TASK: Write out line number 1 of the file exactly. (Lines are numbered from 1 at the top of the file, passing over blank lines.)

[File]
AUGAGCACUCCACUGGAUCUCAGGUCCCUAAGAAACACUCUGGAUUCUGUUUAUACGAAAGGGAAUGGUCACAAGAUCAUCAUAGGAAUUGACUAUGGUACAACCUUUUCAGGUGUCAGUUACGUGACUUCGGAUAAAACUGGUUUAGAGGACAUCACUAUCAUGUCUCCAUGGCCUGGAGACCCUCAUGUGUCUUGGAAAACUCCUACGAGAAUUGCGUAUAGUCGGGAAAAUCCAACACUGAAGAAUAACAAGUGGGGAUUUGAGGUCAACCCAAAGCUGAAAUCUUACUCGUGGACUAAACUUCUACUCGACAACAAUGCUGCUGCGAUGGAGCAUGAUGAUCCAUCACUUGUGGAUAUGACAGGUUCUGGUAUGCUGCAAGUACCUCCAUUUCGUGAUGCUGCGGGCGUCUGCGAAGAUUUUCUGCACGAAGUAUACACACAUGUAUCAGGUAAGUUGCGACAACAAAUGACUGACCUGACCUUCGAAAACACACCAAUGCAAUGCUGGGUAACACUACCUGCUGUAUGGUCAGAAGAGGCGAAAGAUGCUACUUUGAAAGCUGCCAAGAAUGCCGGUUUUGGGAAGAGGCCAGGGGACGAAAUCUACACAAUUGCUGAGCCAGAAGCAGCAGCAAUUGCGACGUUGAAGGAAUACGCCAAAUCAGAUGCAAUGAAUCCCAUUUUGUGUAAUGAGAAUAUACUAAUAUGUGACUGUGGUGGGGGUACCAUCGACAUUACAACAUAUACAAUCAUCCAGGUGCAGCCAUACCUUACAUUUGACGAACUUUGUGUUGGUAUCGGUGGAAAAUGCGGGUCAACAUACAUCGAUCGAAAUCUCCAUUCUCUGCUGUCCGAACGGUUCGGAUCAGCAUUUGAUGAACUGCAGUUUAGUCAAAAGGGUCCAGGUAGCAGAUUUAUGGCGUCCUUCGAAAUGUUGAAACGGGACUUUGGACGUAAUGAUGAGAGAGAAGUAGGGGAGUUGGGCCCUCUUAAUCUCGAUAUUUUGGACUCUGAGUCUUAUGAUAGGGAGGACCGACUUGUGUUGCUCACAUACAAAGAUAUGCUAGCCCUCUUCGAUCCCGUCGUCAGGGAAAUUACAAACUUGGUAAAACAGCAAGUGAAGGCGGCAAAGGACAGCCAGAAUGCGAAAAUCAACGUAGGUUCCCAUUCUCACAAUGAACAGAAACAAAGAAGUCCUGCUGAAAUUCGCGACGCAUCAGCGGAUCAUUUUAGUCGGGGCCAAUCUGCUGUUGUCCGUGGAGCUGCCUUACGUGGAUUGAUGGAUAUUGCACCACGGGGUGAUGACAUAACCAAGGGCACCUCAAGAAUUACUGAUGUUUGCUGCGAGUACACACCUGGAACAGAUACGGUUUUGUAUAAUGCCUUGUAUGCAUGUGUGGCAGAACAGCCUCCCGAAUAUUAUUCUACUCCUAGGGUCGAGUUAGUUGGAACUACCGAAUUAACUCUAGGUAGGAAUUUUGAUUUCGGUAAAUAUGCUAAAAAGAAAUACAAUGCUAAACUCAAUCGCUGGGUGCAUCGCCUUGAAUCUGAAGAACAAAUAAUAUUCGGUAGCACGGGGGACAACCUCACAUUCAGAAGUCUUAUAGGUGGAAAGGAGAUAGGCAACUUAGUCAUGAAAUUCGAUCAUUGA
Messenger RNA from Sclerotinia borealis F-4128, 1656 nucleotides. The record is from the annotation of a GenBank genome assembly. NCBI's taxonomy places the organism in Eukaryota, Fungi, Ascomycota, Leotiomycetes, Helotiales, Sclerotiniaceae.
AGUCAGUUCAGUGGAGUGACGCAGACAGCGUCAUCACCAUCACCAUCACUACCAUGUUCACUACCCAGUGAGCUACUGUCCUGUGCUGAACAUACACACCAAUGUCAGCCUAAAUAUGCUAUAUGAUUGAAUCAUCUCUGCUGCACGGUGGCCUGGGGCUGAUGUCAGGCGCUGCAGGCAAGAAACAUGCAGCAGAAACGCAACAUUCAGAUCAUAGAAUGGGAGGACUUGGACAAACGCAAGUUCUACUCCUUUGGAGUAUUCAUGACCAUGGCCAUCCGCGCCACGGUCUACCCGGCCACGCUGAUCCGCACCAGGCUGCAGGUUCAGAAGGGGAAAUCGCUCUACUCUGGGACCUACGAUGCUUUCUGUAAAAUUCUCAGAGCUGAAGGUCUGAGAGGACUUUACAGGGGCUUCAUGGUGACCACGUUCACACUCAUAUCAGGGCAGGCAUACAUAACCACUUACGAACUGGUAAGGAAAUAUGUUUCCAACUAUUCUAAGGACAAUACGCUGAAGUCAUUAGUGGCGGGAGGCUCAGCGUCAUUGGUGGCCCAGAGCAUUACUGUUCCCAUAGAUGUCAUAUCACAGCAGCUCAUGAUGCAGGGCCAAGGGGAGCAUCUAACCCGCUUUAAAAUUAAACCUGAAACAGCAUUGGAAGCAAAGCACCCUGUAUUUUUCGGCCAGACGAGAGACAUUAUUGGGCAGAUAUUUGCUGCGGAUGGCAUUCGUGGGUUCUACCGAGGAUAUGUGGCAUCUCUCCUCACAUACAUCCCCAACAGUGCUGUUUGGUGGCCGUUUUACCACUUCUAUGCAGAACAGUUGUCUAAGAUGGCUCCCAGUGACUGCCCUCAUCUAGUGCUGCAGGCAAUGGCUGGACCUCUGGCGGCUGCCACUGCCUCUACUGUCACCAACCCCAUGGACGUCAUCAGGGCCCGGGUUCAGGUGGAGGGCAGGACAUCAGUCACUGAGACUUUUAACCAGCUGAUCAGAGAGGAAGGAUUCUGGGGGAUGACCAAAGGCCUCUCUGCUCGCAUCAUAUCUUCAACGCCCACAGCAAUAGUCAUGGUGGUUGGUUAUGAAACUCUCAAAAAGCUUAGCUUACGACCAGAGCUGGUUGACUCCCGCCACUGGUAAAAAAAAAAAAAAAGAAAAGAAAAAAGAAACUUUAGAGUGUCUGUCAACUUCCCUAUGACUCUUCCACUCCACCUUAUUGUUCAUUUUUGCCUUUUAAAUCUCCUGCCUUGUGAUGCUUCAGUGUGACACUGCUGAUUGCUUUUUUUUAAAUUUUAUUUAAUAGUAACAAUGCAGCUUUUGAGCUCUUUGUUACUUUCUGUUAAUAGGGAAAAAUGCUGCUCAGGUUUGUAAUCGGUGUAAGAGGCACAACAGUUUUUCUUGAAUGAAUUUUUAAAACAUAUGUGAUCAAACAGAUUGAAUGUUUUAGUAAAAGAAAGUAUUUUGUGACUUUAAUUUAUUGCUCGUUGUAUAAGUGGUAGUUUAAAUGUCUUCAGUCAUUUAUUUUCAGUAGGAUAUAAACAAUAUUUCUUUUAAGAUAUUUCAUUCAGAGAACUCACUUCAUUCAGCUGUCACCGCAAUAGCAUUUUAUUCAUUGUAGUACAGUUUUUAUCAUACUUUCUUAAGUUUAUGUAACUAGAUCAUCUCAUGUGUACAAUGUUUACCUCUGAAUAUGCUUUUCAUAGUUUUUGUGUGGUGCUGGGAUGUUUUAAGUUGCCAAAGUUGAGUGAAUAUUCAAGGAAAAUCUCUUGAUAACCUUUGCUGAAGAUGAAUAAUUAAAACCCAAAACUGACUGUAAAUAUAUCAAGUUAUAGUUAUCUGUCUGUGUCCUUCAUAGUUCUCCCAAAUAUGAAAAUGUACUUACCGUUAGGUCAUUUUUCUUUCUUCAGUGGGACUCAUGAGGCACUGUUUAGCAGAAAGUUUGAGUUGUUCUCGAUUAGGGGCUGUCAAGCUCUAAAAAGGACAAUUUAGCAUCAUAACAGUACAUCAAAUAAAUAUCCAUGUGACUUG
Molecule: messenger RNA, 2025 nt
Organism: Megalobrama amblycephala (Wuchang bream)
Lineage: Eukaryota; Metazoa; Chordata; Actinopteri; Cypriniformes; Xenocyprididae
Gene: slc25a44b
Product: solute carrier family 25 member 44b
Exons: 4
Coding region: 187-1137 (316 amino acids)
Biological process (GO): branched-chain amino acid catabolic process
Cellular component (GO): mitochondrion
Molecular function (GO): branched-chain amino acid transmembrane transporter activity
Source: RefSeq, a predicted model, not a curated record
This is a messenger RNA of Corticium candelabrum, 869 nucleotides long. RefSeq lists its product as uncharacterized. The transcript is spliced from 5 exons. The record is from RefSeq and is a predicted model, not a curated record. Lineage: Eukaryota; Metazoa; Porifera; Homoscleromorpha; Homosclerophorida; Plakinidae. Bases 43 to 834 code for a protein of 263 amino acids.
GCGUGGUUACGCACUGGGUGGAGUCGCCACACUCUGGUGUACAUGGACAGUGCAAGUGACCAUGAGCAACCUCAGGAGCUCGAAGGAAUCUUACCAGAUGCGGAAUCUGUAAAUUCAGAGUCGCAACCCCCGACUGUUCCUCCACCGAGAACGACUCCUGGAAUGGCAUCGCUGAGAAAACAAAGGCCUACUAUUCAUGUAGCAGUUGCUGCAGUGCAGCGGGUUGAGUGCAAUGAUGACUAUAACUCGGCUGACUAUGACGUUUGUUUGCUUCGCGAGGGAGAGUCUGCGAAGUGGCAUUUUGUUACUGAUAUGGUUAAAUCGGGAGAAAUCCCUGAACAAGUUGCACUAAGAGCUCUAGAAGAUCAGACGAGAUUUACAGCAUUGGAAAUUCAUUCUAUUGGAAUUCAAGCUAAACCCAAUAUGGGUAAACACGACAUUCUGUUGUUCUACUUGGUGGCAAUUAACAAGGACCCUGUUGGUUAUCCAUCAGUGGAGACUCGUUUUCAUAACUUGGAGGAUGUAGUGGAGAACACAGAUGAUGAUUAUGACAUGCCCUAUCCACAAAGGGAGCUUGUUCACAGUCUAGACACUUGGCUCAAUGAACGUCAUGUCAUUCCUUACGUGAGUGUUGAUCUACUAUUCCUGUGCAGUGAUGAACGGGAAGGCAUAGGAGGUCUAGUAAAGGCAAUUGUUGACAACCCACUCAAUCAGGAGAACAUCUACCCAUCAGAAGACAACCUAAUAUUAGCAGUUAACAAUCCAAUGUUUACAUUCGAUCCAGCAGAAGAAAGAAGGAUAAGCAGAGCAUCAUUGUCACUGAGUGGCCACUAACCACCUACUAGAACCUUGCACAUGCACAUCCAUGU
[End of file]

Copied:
AUGAGCACUCCACUGGAUCUCAGGUCCCUAAGAAACACUCUGGAUUCUGUUUAUACGAAAGGGAAUGGUCACAAGAUCAUCAUAGGAAUUGACUAUGGUACAACCUUUUCAGGUGUCAGUUACGUGACUUCGGAUAAAACUGGUUUAGAGGACAUCACUAUCAUGUCUCCAUGGCCUGGAGACCCUCAUGUGUCUUGGAAAACUCCUACGAGAAUUGCGUAUAGUCGGGAAAAUCCAACACUGAAGAAUAACAAGUGGGGAUUUGAGGUCAACCCAAAGCUGAAAUCUUACUCGUGGACUAAACUUCUACUCGACAACAAUGCUGCUGCGAUGGAGCAUGAUGAUCCAUCACUUGUGGAUAUGACAGGUUCUGGUAUGCUGCAAGUACCUCCAUUUCGUGAUGCUGCGGGCGUCUGCGAAGAUUUUCUGCACGAAGUAUACACACAUGUAUCAGGUAAGUUGCGACAACAAAUGACUGACCUGACCUUCGAAAACACACCAAUGCAAUGCUGGGUAACACUACCUGCUGUAUGGUCAGAAGAGGCGAAAGAUGCUACUUUGAAAGCUGCCAAGAAUGCCGGUUUUGGGAAGAGGCCAGGGGACGAAAUCUACACAAUUGCUGAGCCAGAAGCAGCAGCAAUUGCGACGUUGAAGGAAUACGCCAAAUCAGAUGCAAUGAAUCCCAUUUUGUGUAAUGAGAAUAUACUAAUAUGUGACUGUGGUGGGGGUACCAUCGACAUUACAACAUAUACAAUCAUCCAGGUGCAGCCAUACCUUACAUUUGACGAACUUUGUGUUGGUAUCGGUGGAAAAUGCGGGUCAACAUACAUCGAUCGAAAUCUCCAUUCUCUGCUGUCCGAACGGUUCGGAUCAGCAUUUGAUGAACUGCAGUUUAGUCAAAAGGGUCCAGGUAGCAGAUUUAUGGCGUCCUUCGAAAUGUUGAAACGGGACUUUGGACGUAAUGAUGAGAGAGAAGUAGGGGAGUUGGGCCCUCUUAAUCUCGAUAUUUUGGACUCUGAGUCUUAUGAUAGGGAGGACCGACUUGUGUUGCUCACAUACAAAGAUAUGCUAGCCCUCUUCGAUCCCGUCGUCAGGGAAAUUACAAACUUGGUAAAACAGCAAGUGAAGGCGGCAAAGGACAGCCAGAAUGCGAAAAUCAACGUAGGUUCCCAUUCUCACAAUGAACAGAAACAAAGAAGUCCUGCUGAAAUUCGCGACGCAUCAGCGGAUCAUUUUAGUCGGGGCCAAUCUGCUGUUGUCCGUGGAGCUGCCUUACGUGGAUUGAUGGAUAUUGCACCACGGGGUGAUGACAUAACCAAGGGCACCUCAAGAAUUACUGAUGUUUGCUGCGAGUACACACCUGGAACAGAUACGGUUUUGUAUAAUGCCUUGUAUGCAUGUGUGGCAGAACAGCCUCCCGAAUAUUAUUCUACUCCUAGGGUCGAGUUAGUUGGAACUACCGAAUUAACUCUAGGUAGGAAUUUUGAUUUCGGUAAAUAUGCUAAAAAGAAAUACAAUGCUAAACUCAAUCGCUGGGUGCAUCGCCUUGAAUCUGAAGAACAAAUAAUAUUCGGUAGCACGGGGGACAACCUCACAUUCAGAAGUCUUAUAGGUGGAAAGGAGAUAGGCAACUUAGUCAUGAAAUUCGAUCAUUGA